• Unable to stop compulsively exercising (not a sole indication for hospitalization).

Outpatient treatment includes intensive therapy (2 to 3 hours per weekday) and partial hospitalization (6 hours per day). Pediatric patients benefit from family-based psychotherapy to explore underlying dynamics and restructure the home environment.

Refeeding syndrome can occur following prolonged starvation. As the body utilizes glucose to produce molecules of adenosine triphosphate (ATP), it depletes the remaining stores of phosphorus. Also, glucose entry into cells is mediated by insulin and occurs rapidly following long periods without food. Both cause electrolyte abnormalities such as hypophosphatemia and hypokalemia, triggering cardiac and respiratory compromise. Patients should be followed carefully for signs of refeeding syndrome and electrolytes closely monitored.

Pharmacotherapy is not used initially. For acutely ill patients who do not respond to initial treatment, olanzapine is a first-line medication. Other antipsychotics have not demonstrated similar effects on weight gain. For patients who are not acutely ill but have co-morbid psychiatric conditions such as generalized anxiety disorder or major depressive disorder, combination therapy with selective serotonin reuptake inhibitors (SSRIs) and therapy is best. Patients who do not respond to SSRIs may need a second-generation antipsychotic. Tricyclic antidepressants (TCAs) are less-preferred due to concerns about cardiotoxicity, especially in malnourished patients. Bupropion is contraindicated in patients with eating disorders due to the increased risk of seizures.[10][11][12]

Differential Diagnosis

  • Cancer
  • Chronic mesenteric ischemia
  • Achalasia
  • Malabsorption
  • Hyperthyroidism
  • Irritable bowel syndrome
  • Celiac disease

Complications

  • Amenorrhea
  • Delayed puberty
  • Hypercarotenemia
  • Hypothermia
  • Hypoglycemia
  • Osteoporosis
  • Failure to thrive 
  • Cardiomyopathy
  • Bradycardia
  • Arrhythmias
  • Renal failure
  • Constipation
  • Peripheral neuropathy
  • Pancytopenia
  • Infertility

Enhancing Healthcare Team Outcomes

Anorexia nervosa is a serious eating disorder which has a very high morbidity. The disorder is usually managed with an interprofessional team that consists of a psychiatrist, dietitian, social worker, internist, endocrinologist, gastroenterologist and nurses.  The disorder cannot be prevented and there is no cure. Hence patient and family education is key to preventing the high morbidity. The dietitian should educate the family on the importance of nutrition and limiting exercise. The mental health nurse should educate the patient on changes in behavior, easing stress and overcoming any emotional issues. The pharmacist should educate the patient and family on abuse of drugs like laxatives and weight loss pills. Only through close follow up and monitoring can patient outcomes be improved. [13][14](Level V)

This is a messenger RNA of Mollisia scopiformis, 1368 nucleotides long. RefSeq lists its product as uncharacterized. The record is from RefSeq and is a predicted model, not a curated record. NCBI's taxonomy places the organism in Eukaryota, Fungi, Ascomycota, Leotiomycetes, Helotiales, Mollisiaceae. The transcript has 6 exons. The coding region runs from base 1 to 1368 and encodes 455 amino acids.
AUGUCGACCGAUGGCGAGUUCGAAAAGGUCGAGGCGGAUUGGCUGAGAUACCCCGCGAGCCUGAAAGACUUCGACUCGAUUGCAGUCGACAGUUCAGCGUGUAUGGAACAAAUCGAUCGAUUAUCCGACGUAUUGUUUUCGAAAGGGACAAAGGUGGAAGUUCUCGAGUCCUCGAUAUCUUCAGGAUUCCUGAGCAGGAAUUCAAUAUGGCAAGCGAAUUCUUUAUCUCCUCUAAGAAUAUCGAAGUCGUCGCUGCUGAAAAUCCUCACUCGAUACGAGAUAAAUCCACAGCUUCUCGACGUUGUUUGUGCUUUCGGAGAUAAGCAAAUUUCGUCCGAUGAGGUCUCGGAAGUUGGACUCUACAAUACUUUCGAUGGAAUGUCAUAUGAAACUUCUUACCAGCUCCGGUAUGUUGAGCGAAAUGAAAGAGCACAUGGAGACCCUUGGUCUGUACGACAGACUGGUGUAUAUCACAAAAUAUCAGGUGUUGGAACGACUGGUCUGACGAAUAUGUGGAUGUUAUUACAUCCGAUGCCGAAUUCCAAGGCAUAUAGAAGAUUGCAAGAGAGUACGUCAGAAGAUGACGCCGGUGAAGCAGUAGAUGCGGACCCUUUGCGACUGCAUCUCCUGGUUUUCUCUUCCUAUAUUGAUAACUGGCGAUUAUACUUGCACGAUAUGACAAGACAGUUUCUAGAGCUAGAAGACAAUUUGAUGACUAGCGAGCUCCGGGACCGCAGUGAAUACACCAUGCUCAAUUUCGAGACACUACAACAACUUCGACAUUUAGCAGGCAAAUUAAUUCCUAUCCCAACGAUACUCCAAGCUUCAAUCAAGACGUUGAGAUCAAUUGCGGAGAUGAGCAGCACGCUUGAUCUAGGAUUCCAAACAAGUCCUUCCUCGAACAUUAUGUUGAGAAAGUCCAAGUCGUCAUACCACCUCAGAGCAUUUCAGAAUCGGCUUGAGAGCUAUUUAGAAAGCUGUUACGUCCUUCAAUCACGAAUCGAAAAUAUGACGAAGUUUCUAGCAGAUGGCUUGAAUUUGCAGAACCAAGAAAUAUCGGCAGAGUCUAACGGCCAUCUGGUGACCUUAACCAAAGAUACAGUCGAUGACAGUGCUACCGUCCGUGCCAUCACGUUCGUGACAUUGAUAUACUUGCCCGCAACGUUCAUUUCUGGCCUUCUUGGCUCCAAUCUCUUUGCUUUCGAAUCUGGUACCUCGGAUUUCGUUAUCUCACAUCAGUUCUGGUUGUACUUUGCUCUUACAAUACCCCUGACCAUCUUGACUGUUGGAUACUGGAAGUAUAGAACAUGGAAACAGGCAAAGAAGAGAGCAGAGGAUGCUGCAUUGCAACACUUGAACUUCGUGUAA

Evidence-based Outcomes

Remission in anorexia nervosa varies. Three-fourths of patients treated in out-patient settings remit within five years and the same percentage experience intermediate-good outcomes, including weight gain. Relapse is more common in patients who are older with longer duration of disease or lower body fat/weight at the end of treatment, have co-morbid psychiatric disorders, or receive therapy outside of a specialized clinic. Often, patients who achieve partial remission develop another form of the eating disorder like bulimia nervosa or unspecified eating disorder.

All-cause mortality is greater in anorexia nervosa compared to the rest of the population. It has one of the highest mortality rates of all eating disorders due to medical complications, substance abuse, and suicide. Patients with anorexia nervosa have increased rates of suicide, and this accounts for 25% of deaths associated with the disorder. [15][16][9](Level V)



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      Contributed by Christine Moore, D.O.